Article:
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With global population expected to reach 10 billion by 2050, agricultural productivity is increasingly important. Water is the number one limitation on agricultural yield world-wide. To meet the demands for food, fiber, and plant-based fuels, we must improve the ability of plants to reach and take up water. The uptake and acquisition of water is mediated by plant roots; therefore, we must understand the traits governing and contributing to root growth, particularly in the arid conditions that will likely characterize agriculture in the coming decades. The root system of grasses includes an embryonic root system, which supplies water during seedling establishment, and a system of stem-borne nodal roots, also referred to as "crown roots". In maize, nodal roots supply most of the water after seedling establishmentand deeper nodal root growth is a key adaptation to retrieve water in dry soil. Nodal roots are unique among plant organs for their capacity to maintain growth at water potentials (ψw) low enough to completely cease growth of other plant tissues. Deciphering the mechanisms that contribute to this incredible capacity for tissue expansion in dry environments will be crucial for plant breeding efforts aimed at improving drought tolerance.When growing in a low water potential environment, such as dry topsoil, continued root growth requires an increased concentration of carbon-based solutes, such as proline and sugars. Increased solute concentration helps expanding cells maintain turgor and expansive growth.To facilitate this, plants re-prioritize carbon resource allocation when experiencing water deficit (WD). Understanding the relationship between carbon supply, WD stressed roots, and how roots maintain growth is critically important for understanding plant responses to drought. Elucidating the physiological mechanisms that control this process will lead to major advances not just in maize, but potentially all cereal crops. Identifying the genes underlying these mechanisms will provide targets for future crop breeding efforts.This proposal will further develop my skills as a researcher and prepare me for a career leading research projects in industry, academic, or government research institutions. The major scientific goal is to develop a mechanistic understanding of how carbon partitioning in maize nodal roots relates to their ability to maintain growth during drought stress. Specifically, I will determine if increased carbon flux to the nodal root tip is required to maintain growth during WD, and if carbon partitioning to sink tissues changes in response to WD stress. I will also identify putative regulators of nodal root growth maintenance during drought stress using previously identified genes from an RNA-seq study. To test my hypotheses, I will address the following objectives:1) Characterize carbon flux to maize nodal roots during precisely-controlled drought regimes using a split-chamber growth system and isotopic 14CO2 radiotracer, and 2)Test the roles of genes identified by a drought stress RNA-seq experiment in nodal root growth and drought tolerance using genetic mutants.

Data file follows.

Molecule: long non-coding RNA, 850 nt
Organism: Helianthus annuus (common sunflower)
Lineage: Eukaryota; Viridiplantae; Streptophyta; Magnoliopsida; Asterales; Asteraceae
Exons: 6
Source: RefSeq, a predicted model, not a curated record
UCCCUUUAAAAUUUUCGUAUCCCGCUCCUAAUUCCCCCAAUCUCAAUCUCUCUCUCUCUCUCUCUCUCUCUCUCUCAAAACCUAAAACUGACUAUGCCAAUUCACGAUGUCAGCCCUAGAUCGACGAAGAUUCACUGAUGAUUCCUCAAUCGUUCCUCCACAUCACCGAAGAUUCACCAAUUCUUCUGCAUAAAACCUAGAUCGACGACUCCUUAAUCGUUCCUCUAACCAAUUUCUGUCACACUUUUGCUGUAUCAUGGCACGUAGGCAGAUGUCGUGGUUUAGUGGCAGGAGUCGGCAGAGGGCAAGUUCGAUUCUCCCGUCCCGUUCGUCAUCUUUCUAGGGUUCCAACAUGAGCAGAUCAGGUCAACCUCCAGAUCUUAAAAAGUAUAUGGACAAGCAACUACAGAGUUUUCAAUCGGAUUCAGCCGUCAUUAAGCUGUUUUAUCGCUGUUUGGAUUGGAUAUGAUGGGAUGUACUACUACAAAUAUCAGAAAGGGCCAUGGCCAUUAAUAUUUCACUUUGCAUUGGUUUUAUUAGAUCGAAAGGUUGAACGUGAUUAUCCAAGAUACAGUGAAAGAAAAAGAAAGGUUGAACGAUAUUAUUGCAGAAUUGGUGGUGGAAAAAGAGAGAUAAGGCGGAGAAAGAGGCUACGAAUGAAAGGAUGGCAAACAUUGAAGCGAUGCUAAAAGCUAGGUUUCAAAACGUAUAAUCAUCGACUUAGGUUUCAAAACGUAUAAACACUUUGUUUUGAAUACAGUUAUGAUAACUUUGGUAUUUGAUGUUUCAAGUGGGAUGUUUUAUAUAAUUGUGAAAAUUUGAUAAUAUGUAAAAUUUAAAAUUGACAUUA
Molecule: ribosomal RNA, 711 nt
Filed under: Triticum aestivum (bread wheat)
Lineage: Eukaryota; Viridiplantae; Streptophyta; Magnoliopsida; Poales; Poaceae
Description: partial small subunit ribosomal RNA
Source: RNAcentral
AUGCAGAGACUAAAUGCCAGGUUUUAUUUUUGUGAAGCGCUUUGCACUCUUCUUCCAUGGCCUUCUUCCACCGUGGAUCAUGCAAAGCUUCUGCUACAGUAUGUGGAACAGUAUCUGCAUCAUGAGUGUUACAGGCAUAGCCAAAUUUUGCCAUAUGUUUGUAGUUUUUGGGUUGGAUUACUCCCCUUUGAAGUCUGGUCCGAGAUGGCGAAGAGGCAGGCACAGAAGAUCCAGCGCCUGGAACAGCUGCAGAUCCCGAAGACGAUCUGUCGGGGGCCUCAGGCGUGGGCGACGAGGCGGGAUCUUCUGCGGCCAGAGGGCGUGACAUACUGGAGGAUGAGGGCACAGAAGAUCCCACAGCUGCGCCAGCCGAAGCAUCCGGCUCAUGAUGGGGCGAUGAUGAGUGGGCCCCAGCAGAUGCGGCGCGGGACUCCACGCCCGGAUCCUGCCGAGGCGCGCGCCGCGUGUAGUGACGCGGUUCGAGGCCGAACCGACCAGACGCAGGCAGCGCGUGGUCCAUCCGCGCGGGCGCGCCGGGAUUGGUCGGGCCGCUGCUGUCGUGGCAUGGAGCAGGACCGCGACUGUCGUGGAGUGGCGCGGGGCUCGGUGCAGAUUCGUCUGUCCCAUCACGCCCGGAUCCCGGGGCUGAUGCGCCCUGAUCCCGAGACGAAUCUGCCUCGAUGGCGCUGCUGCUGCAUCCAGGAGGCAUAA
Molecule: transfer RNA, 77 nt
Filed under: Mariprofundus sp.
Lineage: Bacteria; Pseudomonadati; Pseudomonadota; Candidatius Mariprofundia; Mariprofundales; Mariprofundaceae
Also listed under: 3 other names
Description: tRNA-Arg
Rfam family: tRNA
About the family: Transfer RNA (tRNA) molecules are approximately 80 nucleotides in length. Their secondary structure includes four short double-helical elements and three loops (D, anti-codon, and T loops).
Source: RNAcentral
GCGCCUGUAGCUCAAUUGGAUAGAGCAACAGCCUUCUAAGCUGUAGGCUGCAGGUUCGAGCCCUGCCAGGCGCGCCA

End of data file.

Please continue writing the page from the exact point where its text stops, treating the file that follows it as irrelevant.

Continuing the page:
Mccubbin, T.
University of Missouri - Columbia
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